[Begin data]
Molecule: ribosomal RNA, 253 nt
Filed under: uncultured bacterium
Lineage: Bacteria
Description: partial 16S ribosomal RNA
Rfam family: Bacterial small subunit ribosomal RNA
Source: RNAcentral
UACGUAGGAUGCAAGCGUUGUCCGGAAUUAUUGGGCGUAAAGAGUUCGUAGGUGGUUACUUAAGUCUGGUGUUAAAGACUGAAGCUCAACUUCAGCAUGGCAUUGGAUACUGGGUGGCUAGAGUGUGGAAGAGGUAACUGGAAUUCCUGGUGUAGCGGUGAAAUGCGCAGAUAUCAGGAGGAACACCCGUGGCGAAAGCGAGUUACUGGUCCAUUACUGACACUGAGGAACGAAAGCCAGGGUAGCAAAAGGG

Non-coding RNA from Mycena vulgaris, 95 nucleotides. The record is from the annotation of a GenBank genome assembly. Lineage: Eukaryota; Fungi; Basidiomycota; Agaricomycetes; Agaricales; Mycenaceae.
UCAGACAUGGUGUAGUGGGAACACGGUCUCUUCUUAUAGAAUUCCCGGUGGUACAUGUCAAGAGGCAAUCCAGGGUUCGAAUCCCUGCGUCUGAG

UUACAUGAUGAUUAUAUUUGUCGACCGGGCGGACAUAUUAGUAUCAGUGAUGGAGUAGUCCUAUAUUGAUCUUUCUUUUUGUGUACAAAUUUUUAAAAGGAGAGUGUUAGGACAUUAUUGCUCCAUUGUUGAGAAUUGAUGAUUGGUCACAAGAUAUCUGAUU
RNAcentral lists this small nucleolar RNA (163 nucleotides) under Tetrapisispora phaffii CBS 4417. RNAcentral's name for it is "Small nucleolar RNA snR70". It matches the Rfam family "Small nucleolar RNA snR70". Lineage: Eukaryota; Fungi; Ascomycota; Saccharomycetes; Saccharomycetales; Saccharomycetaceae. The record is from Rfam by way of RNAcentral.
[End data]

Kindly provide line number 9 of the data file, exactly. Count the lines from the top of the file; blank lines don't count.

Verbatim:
UCAGACAUGGUGUAGUGGGAACACGGUCUCUUCUUAUAGAAUUCCCGGUGGUACAUGUCAAGAGGCAAUCCAGGGUUCGAAUCCCUGCGUCUGAG